Davitt McAteer, who was assistant secretary for mine safety at the Labor Department during the Clinton administration, said the biggest threat to the miners may be the stress that comes with being trapped underground for a long period of time — something mine safety officials have studied.

"This is tough but manageable, doable," he added. "I dare say you or I could do it" with help from counselors.

Space travelers — unlike the miners, they volunteer for lengthy isolation — say there are ways you can survive. Carl Walz, who spent six months on the International Space Station, said, "You just have to go and do it and make the best of your situation."

The sense that "there's no way out ... it's kind of a good thing," Linenger told The Associated Press. He said it focuses people on fighting the problem, not each other, and doing what has to be done.

Walz, who had no crisis on his mission but was isolated, said the key for him was "really staying busy, figuring out a routine and staying with that routine."

That's more important than it sounds, psychiatrist Dinges said. It's not just keeping people busy "but some kind of psychologically meaningful work."

Dinges said the miners also need to keep track of time in a normal way, if possible, even celebrating birthdays.

"It sounds crazy, but things that allow you to organize maintain some semblance of human life," Dinges said.

Another issue that Walz and Linenger raise is a tough one for 33 people trapped in an area the size of a living room: personal space. Linenger responded to isolation by retreating at times to a corner of Mir.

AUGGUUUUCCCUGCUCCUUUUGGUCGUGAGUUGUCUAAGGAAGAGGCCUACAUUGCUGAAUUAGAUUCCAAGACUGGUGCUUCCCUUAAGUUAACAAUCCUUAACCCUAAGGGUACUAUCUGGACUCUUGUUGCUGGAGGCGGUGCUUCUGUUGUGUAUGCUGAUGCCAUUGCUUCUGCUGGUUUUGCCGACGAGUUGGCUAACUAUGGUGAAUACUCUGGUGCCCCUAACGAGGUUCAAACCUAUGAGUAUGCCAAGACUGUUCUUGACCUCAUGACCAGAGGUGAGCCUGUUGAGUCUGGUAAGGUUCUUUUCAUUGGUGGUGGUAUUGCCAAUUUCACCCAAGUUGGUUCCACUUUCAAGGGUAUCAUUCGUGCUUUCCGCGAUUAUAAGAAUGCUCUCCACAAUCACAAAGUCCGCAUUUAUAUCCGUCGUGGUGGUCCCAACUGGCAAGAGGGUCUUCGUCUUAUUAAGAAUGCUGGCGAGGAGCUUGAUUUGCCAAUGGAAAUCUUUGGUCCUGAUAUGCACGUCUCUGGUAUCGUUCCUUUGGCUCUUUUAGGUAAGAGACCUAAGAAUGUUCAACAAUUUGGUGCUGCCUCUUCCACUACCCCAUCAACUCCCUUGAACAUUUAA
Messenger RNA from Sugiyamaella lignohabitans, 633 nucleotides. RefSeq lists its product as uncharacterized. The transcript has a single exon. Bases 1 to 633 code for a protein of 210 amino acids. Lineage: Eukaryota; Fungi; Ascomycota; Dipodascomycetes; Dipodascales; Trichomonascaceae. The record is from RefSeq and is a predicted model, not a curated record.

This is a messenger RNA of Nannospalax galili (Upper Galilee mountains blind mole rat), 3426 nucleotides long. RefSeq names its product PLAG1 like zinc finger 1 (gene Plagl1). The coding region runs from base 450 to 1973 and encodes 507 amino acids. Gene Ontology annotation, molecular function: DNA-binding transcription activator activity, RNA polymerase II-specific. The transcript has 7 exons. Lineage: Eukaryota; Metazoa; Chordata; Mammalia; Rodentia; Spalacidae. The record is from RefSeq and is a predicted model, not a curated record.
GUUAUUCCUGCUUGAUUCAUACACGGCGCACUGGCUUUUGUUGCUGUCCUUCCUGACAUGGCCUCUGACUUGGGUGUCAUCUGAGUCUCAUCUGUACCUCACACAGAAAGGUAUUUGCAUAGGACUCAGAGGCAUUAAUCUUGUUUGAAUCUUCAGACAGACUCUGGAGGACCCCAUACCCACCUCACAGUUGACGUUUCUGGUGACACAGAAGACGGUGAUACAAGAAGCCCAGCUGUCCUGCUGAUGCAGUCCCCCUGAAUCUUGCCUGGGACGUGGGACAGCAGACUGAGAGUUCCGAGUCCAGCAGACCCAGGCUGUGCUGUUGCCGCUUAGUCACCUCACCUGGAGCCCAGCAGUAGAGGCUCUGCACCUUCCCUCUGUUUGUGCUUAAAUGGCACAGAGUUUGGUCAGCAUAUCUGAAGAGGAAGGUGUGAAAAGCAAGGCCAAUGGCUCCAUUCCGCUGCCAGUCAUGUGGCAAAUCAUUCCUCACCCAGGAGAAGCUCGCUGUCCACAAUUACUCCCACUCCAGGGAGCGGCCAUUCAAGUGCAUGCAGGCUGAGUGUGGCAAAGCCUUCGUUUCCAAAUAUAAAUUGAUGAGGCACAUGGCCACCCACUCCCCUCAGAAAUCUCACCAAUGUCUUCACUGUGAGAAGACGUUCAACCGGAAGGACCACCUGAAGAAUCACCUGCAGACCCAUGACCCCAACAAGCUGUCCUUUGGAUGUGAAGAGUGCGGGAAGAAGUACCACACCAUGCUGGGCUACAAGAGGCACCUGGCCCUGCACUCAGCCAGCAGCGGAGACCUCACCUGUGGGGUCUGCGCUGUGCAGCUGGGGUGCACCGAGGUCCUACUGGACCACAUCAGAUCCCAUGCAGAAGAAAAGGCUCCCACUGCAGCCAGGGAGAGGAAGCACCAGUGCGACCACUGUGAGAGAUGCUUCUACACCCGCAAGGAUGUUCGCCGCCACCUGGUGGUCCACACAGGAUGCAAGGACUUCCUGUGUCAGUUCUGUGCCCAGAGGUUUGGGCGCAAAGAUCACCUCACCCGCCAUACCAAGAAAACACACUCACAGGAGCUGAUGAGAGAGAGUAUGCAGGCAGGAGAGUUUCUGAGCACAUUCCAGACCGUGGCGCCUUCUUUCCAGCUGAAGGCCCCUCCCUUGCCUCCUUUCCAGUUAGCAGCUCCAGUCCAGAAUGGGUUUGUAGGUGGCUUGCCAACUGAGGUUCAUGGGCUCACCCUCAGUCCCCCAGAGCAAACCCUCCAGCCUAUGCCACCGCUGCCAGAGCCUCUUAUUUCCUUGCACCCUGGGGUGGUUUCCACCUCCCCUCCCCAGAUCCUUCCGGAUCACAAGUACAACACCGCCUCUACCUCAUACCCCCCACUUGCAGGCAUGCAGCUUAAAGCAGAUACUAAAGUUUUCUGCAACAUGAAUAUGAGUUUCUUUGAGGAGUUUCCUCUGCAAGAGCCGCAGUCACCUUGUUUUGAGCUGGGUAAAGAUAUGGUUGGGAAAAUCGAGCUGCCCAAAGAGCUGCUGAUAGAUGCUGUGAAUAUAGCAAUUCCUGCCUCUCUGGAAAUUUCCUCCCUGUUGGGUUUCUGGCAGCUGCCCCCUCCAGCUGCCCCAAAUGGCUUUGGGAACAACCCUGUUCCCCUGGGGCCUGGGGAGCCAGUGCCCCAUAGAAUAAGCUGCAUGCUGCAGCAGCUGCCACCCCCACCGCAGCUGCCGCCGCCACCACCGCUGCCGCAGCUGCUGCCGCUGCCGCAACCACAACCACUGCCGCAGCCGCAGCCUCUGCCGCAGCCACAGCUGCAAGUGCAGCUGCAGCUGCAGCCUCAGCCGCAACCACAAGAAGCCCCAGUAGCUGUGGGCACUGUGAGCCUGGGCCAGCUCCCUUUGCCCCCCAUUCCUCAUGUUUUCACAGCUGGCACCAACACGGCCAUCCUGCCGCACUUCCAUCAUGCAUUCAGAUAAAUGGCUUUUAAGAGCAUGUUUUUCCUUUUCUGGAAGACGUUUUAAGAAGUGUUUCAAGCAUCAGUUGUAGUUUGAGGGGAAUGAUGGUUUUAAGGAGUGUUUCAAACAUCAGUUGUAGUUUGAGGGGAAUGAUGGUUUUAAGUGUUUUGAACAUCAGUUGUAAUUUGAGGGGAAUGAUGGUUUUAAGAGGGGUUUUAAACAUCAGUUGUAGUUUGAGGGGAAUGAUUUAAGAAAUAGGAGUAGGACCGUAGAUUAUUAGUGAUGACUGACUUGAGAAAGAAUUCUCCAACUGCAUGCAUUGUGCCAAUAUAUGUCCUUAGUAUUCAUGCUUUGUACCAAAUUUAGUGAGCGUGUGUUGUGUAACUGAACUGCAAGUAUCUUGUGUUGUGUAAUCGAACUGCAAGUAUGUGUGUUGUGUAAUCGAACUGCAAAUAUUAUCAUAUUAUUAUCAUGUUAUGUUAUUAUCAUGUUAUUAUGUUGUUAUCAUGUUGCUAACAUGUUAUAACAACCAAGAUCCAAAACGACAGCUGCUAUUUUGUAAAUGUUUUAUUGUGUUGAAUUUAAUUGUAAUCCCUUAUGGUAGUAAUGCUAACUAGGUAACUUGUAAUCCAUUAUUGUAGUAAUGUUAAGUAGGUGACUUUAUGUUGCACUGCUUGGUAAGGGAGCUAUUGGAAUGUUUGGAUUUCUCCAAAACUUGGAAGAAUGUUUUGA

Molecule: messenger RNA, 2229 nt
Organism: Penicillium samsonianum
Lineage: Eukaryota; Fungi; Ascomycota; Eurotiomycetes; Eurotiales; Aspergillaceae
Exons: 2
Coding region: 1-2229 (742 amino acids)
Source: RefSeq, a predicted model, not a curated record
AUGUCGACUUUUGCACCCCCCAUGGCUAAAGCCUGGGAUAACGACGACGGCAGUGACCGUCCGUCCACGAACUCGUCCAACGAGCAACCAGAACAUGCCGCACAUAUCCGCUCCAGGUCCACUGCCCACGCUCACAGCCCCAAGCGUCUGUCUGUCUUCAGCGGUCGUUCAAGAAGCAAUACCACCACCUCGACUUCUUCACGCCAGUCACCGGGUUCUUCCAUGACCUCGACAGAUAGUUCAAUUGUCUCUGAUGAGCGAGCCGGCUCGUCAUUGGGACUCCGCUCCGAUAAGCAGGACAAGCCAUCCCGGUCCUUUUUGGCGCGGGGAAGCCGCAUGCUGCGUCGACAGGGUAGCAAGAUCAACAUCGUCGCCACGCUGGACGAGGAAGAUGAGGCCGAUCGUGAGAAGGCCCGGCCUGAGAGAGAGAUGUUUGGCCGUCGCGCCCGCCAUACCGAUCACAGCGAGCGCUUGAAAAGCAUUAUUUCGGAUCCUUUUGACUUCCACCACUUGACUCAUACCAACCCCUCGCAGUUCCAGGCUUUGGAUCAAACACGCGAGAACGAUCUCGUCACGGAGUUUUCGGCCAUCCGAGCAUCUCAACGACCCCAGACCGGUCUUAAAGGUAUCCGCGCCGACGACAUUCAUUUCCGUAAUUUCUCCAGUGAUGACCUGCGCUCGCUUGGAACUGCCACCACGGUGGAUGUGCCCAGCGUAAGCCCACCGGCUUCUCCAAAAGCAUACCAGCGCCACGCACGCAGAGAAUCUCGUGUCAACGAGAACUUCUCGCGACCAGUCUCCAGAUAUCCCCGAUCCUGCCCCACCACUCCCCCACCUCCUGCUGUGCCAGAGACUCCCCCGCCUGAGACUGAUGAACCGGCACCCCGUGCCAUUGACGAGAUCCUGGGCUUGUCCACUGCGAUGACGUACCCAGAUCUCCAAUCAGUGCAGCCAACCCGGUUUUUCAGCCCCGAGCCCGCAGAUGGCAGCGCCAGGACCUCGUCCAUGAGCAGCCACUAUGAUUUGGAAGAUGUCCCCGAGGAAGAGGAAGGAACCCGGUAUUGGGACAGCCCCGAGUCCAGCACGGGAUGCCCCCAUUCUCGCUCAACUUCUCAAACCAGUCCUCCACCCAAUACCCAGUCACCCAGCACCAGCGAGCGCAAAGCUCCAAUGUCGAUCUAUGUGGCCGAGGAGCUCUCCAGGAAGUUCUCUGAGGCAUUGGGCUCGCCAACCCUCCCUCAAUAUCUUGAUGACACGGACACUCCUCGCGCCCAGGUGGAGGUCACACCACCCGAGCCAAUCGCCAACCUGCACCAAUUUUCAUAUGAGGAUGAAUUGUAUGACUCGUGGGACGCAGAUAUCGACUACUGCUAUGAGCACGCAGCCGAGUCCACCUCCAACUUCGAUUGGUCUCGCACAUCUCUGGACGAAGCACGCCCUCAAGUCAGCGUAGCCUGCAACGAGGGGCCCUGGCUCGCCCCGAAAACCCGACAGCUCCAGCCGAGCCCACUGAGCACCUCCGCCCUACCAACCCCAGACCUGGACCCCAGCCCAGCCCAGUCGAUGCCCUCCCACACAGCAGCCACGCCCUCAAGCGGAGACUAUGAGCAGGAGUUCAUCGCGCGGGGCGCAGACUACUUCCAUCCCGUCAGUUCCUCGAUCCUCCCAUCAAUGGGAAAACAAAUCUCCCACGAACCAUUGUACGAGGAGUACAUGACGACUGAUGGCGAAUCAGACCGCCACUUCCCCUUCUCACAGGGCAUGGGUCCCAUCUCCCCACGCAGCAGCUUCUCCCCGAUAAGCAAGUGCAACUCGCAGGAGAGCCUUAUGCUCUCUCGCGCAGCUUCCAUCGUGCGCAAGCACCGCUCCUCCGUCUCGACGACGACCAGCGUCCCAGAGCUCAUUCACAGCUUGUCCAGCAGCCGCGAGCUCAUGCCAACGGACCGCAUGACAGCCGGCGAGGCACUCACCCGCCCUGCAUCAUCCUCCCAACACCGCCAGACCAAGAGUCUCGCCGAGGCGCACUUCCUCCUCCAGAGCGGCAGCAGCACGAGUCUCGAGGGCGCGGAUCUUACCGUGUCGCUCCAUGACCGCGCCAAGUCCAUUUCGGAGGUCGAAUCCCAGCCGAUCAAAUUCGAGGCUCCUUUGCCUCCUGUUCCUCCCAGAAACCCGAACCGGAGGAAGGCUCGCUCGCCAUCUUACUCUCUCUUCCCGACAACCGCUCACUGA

This is critical psychologically because "you've got to give people something that's theirs," Dinges said. "Once you give them that space, God help anyone who touches it."

And that leads to potential clashes among a group, a major issue with 33 people, Dinges said. The answer, he said, is not to allow disgruntled people "to contaminate the psychological character of a group."

Linenger is more optimistic: "Survival and we-are-in-this-together trumps everything."

Linenger said he could live with the glitches, the threats, the loneliness on Mir. What he had difficulty with was the broken promises. When he was told he could speak to his wife, he thought of little else for a week. Then there was a communication problem. All he got was static.

"The unmet expectation is the worst crushing blow you can get," Linenger said. "The biggest mistake you can possibly make is say you'll be down there next week and not show up."

When the miners come up, they'll experience a new feeling of fresh air and freedom that Linenger recalls with fondness: "You just appreciate the fundamental, elemental things of the Earth. And they are going to have that same sensation."


Associated Press writers Raul O. Garces in Montevideo, Uruguay, and Peter Orsi in Mexico City contributed to this report.

(This version Corrects the number of Uruguayan rugby team survivors to 16 instead of 33)